Would the same outcry have occurred if it were a male artist paired with a wealthy female partner? Maybe – but this is not where we are at and the impact is not nearly the same. Where we are at is a world that continues to tell women to rely upon the resources of their male partner before they go looking for help.

This touches a nerve with me because I grew up in a household being raised by a single mum who was stripped by abusive partners of her dignity and ability to be self-sufficient. Partners who held things like access to resources – money, food and shelter – over her head to keep her in check; to keep her from leaving.

Kudos to Grimes for securing the grant and well done to FACTOR for giving it. We need to stop perpetuating this harmful narrative. We need to stop telling women they must use their partner’s resources rather than seeking to be their own, whole and successful individual because whether you believe it or not that is the message the current criticism is sending.

Now I am going to put on Miss Anthropocene (on vinyl) and celebrate Grimes for who she is – a badass Canadian woman, musician and single mum who should not be forced to live in the shadow of any one.

Organizational Insanity

Insanity is doing the same thing over and over again and expecting different results.”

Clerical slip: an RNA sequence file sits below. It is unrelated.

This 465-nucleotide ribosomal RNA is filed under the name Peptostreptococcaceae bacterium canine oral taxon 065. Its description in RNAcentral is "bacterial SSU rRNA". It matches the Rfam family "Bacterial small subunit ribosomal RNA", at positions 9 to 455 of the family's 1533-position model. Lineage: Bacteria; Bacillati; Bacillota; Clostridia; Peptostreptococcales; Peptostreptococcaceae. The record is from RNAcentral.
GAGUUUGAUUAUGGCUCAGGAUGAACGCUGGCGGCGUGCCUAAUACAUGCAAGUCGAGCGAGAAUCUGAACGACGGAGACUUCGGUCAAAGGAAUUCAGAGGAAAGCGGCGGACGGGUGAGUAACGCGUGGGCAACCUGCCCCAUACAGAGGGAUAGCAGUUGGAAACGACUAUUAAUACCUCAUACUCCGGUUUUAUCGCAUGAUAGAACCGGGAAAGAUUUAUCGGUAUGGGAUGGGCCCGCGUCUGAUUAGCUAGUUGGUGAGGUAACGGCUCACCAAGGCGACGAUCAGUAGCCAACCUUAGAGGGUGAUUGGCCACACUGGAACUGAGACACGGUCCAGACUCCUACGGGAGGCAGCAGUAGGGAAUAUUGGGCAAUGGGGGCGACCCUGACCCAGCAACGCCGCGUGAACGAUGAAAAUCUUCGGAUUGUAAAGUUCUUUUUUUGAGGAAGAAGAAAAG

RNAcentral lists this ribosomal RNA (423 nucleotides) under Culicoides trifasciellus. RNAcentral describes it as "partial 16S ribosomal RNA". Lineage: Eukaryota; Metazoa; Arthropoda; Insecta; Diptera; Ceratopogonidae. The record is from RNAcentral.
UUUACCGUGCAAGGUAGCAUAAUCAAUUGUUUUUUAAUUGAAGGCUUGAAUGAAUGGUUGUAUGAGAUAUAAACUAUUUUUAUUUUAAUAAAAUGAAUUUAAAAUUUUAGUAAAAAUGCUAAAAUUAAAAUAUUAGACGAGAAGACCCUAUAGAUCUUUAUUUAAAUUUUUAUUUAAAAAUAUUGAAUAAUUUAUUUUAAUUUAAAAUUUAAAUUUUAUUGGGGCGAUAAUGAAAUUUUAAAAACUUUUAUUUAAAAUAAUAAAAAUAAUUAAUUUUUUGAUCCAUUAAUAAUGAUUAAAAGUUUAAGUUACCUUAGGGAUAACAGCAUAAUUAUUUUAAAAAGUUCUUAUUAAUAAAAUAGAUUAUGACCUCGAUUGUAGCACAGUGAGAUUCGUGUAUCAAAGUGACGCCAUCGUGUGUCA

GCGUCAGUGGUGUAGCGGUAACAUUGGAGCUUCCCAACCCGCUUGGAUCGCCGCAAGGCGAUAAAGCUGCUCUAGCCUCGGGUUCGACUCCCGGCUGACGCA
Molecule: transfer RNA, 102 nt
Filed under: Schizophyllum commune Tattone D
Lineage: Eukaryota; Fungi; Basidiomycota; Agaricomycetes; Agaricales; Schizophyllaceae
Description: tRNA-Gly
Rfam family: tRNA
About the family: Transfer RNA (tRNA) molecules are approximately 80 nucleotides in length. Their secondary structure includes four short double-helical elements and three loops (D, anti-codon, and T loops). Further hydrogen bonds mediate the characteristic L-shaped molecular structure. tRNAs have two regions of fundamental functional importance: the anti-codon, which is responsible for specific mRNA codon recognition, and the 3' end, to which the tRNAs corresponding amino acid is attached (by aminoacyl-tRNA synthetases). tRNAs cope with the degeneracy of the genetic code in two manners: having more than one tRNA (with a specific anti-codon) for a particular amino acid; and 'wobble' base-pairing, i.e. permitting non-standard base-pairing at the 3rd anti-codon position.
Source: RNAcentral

Look, as with any mental illness, you cannot boil insanity down to a simple, one sentence definition but it serves our purposes here.

Have you heard this before? It is commonly hurled as an epithet at people who seem to never learn from their mistakes. Like Sisyphus they continue to push whatever slippery rock they are saddled with up their designated hill only to have it escape their grasp near the top and roll back down.

Again and again and again we watch people repeat themselves to no avail and we wonder what in the world is going on.

But back to the question at hand – can organizations suffer from the same malady? The answer of course, you know, is absolutely. We see it everywhere.

When I say organization I mean many things – business, not-for-profit, government, family, church, etc. all of which are guilty of organizational insanity.

If such a thing is so obvious to people on the outside of the circumstance why is it not obvious to those on the inside? This is difficult to say.

Usually when this pattern appears it has to do with a person or people having a vested interest in a particular outcome.

But aren’t there several paths to the same destination – you ask? Of course, but the devil is in the details and in this particular instance what we find is not only is there a vested interest at play there is a lack of imagination.

When the two combine – the need for a particular outcome and a lack of imagination – you have created a very powerful vortex that spins around and around and around never allowing anything trapped in it to reach something resembling a reasonable outcome.

Another ingredient that feeds organizational insanity is when a decision or outcome is being managed by a single person. When this occurs and failure rears its head the manager tasked with the failed goal will often deflect.

“If only the candidate were BLANK” or “Outside forces conspired” or even “there is no way we could have foreseen BLANK” etc. etc.